Terr (1991), in an article published in the American Journal Of Psychiatry, proposes three classifications of trauma. These are as follows :

Terr’s 3 Ways To Classify Trauma :

  1. ACUTE TRAUMA (Type I Trauma)
  2. COMPLEX TRAUMA (Type II Trauma)

Below, I briefly define and provide examples of these three classifications of trauma :

  1. ACUTE TRAUMA (Type I Trauma): this results from an individual being exposed to a single, overwhelming traumatic event such as the death of a parent during one’s childhood. According to Terr, chief characteristics of acute trauma include detailed memories relating to the traumatic event, an exaggerated startle response, hypervigilance, emotional overreactions, and misperceptions.
  2. COMPLEX TRAUMA (Type II Trauma): this results from protracted exposure to traumatizing situations and events such as years of emotional abuse by one’s parents during childhood. According to Terr, chief characteristics of complex trauma include dissociation, psychological numbing, rage, social withdrawal, and a sense of a foreshortened future.
  3. CROSSOVER TRAUMA (Type III Trauma): like acute trauma (see above), crossover trauma also results from a single, overwhelming event; however, in the case of crossover trauma, the traumatic event is so devastating that the adverse psychological effects of the trauma are long-term. An example of this type of trauma is being involved in a car crash in which other family members are killed. Terr states that chief characteristics of crossover trauma include extended mourning/depression, chronic pain,  sleep disturbances (such as insomnia and nightmares), difficulties concentrating, and irritability.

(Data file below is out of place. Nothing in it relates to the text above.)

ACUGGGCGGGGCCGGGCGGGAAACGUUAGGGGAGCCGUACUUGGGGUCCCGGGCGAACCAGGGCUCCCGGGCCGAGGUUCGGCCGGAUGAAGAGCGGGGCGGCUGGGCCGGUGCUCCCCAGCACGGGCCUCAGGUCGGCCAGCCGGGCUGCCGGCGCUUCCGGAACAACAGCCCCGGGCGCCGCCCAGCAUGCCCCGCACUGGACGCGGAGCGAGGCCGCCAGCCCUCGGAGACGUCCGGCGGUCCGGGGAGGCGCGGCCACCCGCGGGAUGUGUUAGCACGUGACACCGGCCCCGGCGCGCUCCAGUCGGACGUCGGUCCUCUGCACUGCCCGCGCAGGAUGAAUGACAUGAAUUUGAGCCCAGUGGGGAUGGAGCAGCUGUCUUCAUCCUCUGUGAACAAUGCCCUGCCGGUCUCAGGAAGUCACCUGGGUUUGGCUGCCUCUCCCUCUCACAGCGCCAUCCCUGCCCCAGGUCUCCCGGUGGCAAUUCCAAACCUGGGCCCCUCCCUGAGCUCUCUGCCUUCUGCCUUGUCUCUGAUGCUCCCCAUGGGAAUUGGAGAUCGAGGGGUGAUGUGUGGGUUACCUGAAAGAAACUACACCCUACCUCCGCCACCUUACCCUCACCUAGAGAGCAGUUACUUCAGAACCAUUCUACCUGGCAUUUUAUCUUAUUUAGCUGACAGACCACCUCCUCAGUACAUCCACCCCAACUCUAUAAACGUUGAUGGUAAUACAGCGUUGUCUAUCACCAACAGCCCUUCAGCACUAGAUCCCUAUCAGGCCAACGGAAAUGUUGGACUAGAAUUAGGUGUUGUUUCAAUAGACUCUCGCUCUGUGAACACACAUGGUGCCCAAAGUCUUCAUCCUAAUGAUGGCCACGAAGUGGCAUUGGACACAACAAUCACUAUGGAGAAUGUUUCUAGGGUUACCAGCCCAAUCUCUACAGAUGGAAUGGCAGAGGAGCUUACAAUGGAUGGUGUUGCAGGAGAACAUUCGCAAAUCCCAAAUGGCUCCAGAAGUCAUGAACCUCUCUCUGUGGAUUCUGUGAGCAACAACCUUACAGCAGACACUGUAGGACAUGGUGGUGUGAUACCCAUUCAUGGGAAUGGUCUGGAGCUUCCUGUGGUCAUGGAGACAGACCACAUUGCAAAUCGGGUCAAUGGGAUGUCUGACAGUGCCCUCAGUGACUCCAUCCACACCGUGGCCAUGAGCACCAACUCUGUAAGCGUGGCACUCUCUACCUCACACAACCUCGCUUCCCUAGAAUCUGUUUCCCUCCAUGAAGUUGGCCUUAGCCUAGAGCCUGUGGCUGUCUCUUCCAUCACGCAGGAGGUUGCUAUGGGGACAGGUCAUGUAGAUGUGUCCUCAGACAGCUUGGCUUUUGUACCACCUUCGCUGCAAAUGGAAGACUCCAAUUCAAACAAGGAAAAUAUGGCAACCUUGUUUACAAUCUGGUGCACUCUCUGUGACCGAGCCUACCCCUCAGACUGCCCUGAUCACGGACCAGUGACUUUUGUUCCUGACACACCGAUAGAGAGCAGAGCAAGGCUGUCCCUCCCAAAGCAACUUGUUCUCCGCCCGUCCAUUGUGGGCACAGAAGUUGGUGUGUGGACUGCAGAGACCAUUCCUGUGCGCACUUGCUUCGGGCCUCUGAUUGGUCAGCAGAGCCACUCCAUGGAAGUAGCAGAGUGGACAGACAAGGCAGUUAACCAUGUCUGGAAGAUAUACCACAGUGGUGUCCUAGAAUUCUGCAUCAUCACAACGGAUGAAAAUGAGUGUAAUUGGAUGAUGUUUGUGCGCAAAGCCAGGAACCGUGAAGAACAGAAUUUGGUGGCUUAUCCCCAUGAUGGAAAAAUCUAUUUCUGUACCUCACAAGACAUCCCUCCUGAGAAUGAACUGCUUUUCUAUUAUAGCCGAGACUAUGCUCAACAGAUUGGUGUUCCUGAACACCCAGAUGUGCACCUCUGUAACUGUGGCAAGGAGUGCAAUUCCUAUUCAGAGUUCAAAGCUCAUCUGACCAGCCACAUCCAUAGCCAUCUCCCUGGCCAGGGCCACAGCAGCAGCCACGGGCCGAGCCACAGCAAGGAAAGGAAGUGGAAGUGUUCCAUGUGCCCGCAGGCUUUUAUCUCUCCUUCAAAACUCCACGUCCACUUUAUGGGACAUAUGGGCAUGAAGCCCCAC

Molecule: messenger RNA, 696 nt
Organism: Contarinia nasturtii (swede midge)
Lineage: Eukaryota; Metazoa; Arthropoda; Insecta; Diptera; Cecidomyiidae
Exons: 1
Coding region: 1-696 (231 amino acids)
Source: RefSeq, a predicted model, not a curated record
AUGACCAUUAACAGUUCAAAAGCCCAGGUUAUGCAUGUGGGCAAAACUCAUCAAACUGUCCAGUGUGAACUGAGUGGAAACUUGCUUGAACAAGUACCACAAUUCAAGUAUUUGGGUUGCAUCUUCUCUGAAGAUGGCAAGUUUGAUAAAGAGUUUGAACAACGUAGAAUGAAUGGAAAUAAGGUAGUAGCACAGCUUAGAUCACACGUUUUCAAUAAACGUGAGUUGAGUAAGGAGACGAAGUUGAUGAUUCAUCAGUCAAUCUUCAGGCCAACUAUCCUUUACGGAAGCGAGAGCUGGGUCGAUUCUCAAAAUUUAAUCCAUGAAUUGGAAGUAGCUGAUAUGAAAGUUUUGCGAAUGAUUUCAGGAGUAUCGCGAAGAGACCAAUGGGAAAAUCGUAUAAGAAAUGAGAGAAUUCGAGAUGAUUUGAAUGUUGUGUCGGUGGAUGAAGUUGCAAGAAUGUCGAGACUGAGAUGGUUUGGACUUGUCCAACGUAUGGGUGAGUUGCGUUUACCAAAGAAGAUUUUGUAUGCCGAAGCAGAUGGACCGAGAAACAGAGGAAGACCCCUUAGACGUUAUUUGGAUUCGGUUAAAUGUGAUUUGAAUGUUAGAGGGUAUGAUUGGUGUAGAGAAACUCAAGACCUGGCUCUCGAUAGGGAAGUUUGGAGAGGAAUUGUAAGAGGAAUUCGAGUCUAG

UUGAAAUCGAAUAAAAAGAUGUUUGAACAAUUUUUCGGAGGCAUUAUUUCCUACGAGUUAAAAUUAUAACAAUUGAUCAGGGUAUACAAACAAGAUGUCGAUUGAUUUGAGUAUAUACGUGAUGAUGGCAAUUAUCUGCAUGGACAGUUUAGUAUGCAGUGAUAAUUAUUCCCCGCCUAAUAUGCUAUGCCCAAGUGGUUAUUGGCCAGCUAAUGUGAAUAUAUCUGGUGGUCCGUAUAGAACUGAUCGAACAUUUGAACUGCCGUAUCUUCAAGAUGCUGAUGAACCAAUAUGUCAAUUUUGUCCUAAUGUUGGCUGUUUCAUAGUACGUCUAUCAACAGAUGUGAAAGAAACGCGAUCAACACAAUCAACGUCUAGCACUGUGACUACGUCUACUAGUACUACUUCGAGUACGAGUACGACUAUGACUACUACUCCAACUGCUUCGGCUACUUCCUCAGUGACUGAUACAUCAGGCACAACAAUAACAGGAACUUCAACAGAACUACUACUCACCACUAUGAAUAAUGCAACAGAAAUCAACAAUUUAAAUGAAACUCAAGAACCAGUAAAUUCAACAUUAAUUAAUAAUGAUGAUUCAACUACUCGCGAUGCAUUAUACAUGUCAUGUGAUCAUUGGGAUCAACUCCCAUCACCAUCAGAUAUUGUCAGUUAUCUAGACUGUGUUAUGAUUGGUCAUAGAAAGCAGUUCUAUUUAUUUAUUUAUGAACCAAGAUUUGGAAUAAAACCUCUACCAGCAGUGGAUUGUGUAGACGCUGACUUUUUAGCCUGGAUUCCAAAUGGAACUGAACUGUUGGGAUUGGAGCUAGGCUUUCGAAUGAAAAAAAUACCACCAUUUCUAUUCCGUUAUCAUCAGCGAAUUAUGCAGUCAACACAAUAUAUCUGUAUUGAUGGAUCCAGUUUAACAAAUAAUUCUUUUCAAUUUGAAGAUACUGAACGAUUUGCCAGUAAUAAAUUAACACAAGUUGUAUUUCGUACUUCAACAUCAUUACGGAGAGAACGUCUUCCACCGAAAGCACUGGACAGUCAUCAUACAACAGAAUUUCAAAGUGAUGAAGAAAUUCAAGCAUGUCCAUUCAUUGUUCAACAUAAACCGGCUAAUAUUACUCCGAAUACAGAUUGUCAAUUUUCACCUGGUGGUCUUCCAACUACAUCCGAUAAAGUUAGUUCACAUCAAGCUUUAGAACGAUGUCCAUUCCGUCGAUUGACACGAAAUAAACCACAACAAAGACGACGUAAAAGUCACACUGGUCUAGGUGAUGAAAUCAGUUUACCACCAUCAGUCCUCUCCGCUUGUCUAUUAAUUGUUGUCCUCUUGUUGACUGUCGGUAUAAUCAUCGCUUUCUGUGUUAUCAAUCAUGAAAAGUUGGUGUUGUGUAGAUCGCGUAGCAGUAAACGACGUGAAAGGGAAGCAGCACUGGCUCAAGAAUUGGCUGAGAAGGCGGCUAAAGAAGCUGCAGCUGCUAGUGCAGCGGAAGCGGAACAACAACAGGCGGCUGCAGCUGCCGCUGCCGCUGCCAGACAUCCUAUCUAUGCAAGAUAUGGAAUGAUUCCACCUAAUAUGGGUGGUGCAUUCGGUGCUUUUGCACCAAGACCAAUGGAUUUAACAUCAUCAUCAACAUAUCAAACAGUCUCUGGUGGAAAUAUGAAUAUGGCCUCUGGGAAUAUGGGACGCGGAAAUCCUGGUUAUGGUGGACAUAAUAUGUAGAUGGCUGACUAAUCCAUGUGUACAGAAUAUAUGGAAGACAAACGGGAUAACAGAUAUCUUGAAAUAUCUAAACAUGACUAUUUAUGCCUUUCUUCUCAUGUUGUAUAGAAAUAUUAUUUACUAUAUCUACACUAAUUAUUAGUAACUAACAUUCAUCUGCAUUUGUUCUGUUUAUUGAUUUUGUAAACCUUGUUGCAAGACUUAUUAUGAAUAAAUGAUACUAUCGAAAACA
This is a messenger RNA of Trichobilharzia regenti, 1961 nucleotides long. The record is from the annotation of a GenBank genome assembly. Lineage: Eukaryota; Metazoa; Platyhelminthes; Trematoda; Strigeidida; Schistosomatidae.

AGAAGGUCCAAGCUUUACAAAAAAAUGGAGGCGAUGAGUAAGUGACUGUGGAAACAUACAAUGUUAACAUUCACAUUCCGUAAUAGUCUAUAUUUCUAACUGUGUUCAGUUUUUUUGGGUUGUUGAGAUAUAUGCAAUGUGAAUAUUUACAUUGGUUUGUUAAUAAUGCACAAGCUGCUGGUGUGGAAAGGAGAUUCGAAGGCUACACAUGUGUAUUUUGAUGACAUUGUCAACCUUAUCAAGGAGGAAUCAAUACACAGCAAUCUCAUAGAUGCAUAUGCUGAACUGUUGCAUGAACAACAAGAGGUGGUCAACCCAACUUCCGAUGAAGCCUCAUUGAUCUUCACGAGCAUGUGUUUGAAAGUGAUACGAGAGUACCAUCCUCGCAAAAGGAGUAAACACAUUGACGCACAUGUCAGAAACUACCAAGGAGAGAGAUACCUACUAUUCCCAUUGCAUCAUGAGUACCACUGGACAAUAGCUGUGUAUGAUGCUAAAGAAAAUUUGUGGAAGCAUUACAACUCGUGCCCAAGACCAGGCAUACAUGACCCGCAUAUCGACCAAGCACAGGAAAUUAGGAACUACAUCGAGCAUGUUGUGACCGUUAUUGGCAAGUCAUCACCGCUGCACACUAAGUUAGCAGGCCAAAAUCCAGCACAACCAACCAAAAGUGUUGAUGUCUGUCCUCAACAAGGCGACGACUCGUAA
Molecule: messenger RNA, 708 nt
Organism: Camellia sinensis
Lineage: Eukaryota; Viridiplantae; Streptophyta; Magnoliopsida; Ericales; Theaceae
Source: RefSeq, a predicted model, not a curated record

The above forms of trauma are types of DIRECT traumatic experience. However, it is also possible to experience trauma INDIRECTLY. The indirect experience of trauma is also sometimes referred to as SECONDARY TRAUMA or VICARIOUS TRAUMA :

What Is Meant By Secondary / Vicarious Trauma, Who Does It Affect And What Are The Symptoms?

This can affect professionals who work with traumatized individuals and refers to the adverse psychological consequences that might be suffered by such professionals as a result of such work – this is also sometimes referred to as compassion fatigue; symptoms of compassion fatigue include exhaustion, emotional numbness, withdrawal and poor concentration (all of which may impair work performance). Professionals who work with traumatized individuals and who have little support or have suffered significant trauma in their own lives are especially at risk of developing secondary trauma / vicarious trauma/compassion fatigue.


Childhood Trauma And Its Link To Complex PTSD. 

Click the image below for further information:



David Hosier BSc Hons; MSc; PGDE(FAHE).